Mov­ing on From the state Court to a Busi­ness House

The HR Digest - - Workplace Culture -

Right from the 17th cen­tury, the trend of busi­ness suits be­came ac­cept­able for the work­place. This was be­cause the col­ors were such that they wouldn’t draw much at­ten­tion and the fit­ting of the ap­parel was im­pec­ca­ble in or­der to give a pro­fes­sional fin­ish. Of­fice at­tire was ini­tially treated as a uni­form but later with the ad­vent of fash­ion, th­ese suits got a touch of in­di­vid­u­al­ity as well. Af­ter around 200 years of their ori­gin, the de­sign of th­ese busi­ness suits un­der­went a stream­line. The usual dull col­ors were ac­com­pa­nied with var­i­ous shades of the same color fam­ily along with cuts and drapes that sig­ni­fied the fash­ion trends of that par­tic­u­lar age. This was fol­lowed by the 20th cen­tury busi­ness suits which moved over to the nov­elty of get­ting such at­tire specif­i­cally de­signed.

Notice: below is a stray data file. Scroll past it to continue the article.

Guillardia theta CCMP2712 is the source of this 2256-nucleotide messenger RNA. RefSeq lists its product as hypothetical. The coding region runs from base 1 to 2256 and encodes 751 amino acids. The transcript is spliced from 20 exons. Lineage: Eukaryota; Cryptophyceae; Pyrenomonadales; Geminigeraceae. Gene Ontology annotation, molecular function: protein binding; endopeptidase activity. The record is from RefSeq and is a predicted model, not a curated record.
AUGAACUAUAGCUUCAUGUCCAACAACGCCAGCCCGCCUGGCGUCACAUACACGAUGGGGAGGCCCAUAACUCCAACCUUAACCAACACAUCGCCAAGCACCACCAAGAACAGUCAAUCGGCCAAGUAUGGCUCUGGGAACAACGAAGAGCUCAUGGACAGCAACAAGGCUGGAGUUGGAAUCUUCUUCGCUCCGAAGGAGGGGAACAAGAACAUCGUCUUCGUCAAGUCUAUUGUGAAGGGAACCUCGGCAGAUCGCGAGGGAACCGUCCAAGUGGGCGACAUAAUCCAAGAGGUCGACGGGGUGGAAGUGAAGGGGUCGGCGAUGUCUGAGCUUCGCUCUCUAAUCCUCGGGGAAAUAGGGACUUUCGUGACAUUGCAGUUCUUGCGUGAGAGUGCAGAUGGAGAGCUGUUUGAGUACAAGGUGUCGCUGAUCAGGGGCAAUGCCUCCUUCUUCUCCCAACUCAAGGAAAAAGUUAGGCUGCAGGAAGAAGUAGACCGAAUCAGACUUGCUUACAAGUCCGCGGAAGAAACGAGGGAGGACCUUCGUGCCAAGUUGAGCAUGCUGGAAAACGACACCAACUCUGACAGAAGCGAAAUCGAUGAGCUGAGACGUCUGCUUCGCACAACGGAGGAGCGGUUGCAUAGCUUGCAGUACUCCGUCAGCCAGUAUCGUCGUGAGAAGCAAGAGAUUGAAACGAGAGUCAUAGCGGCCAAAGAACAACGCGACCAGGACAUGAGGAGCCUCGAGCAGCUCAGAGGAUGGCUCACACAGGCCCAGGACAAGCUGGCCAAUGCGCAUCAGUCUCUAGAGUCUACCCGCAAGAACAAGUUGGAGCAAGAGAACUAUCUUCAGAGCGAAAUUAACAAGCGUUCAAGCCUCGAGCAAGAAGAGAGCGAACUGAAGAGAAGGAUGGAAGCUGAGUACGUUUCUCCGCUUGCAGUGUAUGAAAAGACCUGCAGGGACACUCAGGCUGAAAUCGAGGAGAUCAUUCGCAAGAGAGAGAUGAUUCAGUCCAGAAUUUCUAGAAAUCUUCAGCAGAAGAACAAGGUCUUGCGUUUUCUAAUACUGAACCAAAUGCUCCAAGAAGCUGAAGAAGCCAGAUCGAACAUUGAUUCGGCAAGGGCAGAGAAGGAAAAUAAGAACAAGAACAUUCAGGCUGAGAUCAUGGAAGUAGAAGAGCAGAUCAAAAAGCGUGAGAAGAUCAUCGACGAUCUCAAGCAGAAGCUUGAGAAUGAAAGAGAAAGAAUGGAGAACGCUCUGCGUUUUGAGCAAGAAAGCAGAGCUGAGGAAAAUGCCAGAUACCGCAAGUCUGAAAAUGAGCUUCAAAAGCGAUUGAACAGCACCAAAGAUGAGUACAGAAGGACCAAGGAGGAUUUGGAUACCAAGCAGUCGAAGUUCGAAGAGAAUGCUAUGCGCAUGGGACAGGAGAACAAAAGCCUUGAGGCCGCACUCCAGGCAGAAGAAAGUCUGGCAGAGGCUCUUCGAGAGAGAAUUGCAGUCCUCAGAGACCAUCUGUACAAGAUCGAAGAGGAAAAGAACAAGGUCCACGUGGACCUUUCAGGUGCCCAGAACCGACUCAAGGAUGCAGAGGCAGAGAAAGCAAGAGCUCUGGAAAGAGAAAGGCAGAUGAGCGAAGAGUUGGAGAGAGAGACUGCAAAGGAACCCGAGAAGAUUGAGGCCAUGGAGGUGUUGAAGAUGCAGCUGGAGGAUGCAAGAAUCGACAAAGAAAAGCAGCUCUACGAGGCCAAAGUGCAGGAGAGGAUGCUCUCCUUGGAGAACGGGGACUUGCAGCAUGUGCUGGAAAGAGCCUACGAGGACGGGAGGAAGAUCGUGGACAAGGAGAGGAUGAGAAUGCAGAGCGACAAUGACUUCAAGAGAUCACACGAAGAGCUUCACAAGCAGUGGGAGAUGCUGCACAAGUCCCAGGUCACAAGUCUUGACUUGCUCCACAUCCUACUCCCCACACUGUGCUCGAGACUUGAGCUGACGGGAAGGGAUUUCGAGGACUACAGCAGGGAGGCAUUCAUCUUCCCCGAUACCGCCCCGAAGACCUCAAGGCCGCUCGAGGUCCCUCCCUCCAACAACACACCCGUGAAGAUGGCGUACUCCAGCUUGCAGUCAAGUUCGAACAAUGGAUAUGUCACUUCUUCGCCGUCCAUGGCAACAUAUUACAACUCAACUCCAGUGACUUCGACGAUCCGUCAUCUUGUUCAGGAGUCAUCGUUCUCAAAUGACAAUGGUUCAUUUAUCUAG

When we term some­thing as a busi­ness suit, it of­ten projects the of­fice at­tire of a man. The main rea­son be­hind this is that ini­tially only men were a part of any given pro­fes­sion. The 19th cen­tury was the time when one could no­tice the in­volve­ment of women in im­por­tant mat­ters. De­spite al­low­ing women to work, traces of ortho­dox were still vis­i­ble. This can be made out from the kind of cloth­ing women wore to work. Th­ese in­tel­lec­tual women were ex­pected to be cov­ered from head to toe, lit­er­ally. Women would wear long dresses to work which would be­gin from the neck and end at the feet. But as the em­pow­er­ment of women was given im­por­tance, so was their free­dom to se­lect what they wanted to wear to work. This re­sulted in women wear­ing the same kind of busi­ness suits as men to erad­i­cate any signs of in­equal­ity in terms of gen­der at the work­place. This in it­self was sym­bol­iza­tion about how times were evolv­ing and peo­ple gave more im­por­tance to work and not who wore what as long as it came un­der the busi­ness at­tire cat­e­gory.

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